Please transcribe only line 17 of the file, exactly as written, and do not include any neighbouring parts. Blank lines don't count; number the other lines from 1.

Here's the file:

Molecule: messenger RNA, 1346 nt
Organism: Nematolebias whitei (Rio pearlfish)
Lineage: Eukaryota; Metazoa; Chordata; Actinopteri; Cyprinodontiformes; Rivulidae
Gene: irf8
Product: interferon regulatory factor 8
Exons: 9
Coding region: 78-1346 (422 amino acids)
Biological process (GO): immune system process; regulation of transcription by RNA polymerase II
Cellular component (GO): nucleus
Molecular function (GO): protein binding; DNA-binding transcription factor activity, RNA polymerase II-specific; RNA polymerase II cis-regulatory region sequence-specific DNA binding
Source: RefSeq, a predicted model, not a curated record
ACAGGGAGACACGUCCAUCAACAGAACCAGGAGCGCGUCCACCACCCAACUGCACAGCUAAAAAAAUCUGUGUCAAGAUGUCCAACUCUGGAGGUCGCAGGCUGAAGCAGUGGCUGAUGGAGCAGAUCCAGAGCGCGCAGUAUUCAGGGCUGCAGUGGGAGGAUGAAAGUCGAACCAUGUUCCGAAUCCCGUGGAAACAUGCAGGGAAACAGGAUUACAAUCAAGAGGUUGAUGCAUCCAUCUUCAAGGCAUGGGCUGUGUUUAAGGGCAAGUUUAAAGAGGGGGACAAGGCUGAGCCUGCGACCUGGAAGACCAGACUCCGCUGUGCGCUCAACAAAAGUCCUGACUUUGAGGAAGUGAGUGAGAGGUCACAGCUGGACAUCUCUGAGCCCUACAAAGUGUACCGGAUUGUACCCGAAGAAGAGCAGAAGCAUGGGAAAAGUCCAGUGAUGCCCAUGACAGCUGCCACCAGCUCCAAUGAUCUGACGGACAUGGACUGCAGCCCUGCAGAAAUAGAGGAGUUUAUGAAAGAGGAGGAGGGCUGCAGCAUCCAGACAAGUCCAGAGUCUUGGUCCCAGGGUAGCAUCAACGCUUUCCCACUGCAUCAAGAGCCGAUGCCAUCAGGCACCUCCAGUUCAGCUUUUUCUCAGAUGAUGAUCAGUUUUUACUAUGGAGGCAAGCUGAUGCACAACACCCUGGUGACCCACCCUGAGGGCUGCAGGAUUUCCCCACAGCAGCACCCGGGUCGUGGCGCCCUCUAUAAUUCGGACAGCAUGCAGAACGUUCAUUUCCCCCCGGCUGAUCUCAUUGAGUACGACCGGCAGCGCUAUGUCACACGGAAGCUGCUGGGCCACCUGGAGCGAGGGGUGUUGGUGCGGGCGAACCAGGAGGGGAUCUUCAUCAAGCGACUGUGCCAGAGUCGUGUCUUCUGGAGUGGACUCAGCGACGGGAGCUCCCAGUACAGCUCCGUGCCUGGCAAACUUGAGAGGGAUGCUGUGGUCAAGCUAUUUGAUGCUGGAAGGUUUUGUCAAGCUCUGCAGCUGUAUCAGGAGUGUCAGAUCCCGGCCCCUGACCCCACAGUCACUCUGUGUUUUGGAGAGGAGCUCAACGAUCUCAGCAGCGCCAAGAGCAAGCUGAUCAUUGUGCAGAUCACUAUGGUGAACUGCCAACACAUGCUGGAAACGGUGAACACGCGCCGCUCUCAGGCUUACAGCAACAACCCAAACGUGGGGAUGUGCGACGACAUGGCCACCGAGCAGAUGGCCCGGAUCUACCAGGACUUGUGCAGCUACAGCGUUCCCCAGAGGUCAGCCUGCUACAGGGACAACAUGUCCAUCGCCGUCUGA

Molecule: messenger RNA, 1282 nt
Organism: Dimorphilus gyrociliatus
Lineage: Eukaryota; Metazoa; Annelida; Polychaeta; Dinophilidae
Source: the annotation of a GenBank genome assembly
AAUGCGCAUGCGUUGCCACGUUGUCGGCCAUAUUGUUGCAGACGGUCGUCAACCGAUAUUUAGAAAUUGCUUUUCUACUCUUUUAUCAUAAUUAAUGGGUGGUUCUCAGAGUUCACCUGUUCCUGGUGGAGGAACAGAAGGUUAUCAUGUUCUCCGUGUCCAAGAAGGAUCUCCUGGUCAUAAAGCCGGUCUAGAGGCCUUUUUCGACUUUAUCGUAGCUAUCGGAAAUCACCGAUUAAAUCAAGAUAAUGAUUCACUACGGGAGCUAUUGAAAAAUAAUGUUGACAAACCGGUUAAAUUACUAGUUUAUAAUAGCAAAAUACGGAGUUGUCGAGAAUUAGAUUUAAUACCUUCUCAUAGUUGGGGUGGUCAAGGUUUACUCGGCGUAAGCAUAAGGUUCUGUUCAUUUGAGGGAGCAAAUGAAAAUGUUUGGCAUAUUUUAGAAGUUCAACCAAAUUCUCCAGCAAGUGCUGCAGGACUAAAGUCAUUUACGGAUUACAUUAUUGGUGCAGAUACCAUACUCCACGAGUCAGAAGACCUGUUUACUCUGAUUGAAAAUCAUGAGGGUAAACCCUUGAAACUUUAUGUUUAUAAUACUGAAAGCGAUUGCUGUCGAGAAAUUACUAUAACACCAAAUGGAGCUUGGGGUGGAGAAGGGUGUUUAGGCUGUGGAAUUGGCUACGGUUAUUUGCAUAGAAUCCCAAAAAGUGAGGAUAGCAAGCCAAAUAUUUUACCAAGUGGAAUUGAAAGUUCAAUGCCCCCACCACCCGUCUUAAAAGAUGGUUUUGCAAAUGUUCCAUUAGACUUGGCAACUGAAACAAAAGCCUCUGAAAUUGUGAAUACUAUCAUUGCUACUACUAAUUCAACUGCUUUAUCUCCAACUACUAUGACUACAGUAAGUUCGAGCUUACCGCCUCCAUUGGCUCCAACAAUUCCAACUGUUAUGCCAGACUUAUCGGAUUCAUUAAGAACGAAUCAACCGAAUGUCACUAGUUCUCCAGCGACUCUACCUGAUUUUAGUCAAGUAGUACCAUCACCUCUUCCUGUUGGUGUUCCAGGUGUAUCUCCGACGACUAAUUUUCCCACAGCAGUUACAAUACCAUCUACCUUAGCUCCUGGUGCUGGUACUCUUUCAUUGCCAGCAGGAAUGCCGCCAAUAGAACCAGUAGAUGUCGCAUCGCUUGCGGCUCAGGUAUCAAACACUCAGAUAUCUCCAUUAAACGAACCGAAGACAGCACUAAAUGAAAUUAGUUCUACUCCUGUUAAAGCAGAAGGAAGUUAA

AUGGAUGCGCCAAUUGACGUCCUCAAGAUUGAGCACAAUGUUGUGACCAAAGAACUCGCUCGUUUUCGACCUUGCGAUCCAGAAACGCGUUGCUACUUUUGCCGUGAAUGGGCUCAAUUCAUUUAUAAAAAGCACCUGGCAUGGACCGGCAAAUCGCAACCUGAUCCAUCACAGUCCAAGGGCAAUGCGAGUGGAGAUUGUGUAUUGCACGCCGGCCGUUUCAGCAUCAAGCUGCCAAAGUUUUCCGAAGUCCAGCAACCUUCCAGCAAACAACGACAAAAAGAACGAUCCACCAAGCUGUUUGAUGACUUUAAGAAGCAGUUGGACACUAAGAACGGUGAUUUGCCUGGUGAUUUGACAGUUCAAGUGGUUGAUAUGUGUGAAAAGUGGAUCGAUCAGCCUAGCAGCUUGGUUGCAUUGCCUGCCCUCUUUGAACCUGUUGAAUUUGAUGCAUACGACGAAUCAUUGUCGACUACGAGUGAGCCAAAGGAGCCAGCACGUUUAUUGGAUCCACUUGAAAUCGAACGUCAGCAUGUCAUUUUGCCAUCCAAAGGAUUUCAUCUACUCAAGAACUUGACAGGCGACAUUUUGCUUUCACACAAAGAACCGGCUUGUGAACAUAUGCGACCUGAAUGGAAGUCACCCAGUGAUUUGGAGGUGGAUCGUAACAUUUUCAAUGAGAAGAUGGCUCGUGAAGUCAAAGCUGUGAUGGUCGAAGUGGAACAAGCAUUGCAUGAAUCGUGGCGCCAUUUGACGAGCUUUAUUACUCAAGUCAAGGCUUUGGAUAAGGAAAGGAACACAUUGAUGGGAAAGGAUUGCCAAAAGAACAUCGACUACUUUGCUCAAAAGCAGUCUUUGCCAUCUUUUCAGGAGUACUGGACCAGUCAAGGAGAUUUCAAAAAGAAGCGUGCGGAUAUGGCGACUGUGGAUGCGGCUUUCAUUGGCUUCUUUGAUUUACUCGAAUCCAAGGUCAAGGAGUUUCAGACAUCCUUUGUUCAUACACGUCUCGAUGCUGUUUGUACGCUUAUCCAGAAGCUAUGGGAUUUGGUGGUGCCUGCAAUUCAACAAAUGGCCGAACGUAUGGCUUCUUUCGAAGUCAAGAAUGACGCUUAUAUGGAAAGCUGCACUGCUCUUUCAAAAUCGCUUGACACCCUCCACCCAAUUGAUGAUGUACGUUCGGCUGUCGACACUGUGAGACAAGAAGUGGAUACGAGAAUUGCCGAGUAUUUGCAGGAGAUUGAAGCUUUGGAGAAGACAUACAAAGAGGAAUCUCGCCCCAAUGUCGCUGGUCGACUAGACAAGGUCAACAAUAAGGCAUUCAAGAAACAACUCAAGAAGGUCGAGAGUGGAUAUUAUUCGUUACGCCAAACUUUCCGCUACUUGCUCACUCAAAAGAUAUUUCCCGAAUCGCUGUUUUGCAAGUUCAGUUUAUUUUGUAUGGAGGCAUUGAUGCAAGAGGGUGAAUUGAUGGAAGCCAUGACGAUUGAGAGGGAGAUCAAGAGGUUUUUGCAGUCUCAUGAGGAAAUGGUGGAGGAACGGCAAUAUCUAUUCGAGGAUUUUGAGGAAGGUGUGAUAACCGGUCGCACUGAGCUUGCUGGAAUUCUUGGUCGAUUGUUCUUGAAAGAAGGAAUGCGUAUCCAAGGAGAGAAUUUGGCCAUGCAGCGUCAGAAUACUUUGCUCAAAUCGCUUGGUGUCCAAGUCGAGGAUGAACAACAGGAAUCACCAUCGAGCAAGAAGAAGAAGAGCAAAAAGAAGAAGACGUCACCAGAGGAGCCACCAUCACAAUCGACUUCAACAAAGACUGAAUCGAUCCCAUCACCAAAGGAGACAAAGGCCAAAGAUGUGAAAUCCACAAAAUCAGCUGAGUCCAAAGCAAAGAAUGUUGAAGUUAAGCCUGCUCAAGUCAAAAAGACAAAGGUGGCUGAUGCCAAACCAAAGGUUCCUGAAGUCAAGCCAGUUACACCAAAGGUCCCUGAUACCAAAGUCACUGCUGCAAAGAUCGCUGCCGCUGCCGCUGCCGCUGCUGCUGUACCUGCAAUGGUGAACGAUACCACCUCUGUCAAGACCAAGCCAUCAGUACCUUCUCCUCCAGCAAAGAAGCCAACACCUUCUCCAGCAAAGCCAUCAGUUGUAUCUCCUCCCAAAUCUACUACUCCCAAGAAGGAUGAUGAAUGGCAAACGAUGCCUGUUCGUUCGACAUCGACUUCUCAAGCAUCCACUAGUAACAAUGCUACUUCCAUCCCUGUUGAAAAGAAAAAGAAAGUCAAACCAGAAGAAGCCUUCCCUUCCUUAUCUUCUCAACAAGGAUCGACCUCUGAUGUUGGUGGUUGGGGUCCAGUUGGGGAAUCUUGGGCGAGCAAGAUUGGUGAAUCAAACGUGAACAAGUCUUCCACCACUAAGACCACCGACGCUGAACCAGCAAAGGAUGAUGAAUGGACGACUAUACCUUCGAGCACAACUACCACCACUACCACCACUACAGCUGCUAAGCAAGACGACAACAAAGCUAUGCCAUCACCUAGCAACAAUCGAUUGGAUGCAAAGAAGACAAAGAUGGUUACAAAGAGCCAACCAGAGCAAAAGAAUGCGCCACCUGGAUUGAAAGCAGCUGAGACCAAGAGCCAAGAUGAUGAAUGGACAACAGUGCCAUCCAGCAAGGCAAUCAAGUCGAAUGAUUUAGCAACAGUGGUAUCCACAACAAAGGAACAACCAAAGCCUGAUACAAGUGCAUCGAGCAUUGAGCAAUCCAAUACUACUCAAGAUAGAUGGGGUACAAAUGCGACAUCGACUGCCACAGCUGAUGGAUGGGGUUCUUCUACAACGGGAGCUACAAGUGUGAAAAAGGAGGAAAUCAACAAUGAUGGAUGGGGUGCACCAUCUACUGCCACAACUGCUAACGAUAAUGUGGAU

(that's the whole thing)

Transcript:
AAUGCGCAUGCGUUGCCACGUUGUCGGCCAUAUUGUUGCAGACGGUCGUCAACCGAUAUUUAGAAAUUGCUUUUCUACUCUUUUAUCAUAAUUAAUGGGUGGUUCUCAGAGUUCACCUGUUCCUGGUGGAGGAACAGAAGGUUAUCAUGUUCUCCGUGUCCAAGAAGGAUCUCCUGGUCAUAAAGCCGGUCUAGAGGCCUUUUUCGACUUUAUCGUAGCUAUCGGAAAUCACCGAUUAAAUCAAGAUAAUGAUUCACUACGGGAGCUAUUGAAAAAUAAUGUUGACAAACCGGUUAAAUUACUAGUUUAUAAUAGCAAAAUACGGAGUUGUCGAGAAUUAGAUUUAAUACCUUCUCAUAGUUGGGGUGGUCAAGGUUUACUCGGCGUAAGCAUAAGGUUCUGUUCAUUUGAGGGAGCAAAUGAAAAUGUUUGGCAUAUUUUAGAAGUUCAACCAAAUUCUCCAGCAAGUGCUGCAGGACUAAAGUCAUUUACGGAUUACAUUAUUGGUGCAGAUACCAUACUCCACGAGUCAGAAGACCUGUUUACUCUGAUUGAAAAUCAUGAGGGUAAACCCUUGAAACUUUAUGUUUAUAAUACUGAAAGCGAUUGCUGUCGAGAAAUUACUAUAACACCAAAUGGAGCUUGGGGUGGAGAAGGGUGUUUAGGCUGUGGAAUUGGCUACGGUUAUUUGCAUAGAAUCCCAAAAAGUGAGGAUAGCAAGCCAAAUAUUUUACCAAGUGGAAUUGAAAGUUCAAUGCCCCCACCACCCGUCUUAAAAGAUGGUUUUGCAAAUGUUCCAUUAGACUUGGCAACUGAAACAAAAGCCUCUGAAAUUGUGAAUACUAUCAUUGCUACUACUAAUUCAACUGCUUUAUCUCCAACUACUAUGACUACAGUAAGUUCGAGCUUACCGCCUCCAUUGGCUCCAACAAUUCCAACUGUUAUGCCAGACUUAUCGGAUUCAUUAAGAACGAAUCAACCGAAUGUCACUAGUUCUCCAGCGACUCUACCUGAUUUUAGUCAAGUAGUACCAUCACCUCUUCCUGUUGGUGUUCCAGGUGUAUCUCCGACGACUAAUUUUCCCACAGCAGUUACAAUACCAUCUACCUUAGCUCCUGGUGCUGGUACUCUUUCAUUGCCAGCAGGAAUGCCGCCAAUAGAACCAGUAGAUGUCGCAUCGCUUGCGGCUCAGGUAUCAAACACUCAGAUAUCUCCAUUAAACGAACCGAAGACAGCACUAAAUGAAAUUAGUUCUACUCCUGUUAAAGCAGAAGGAAGUUAA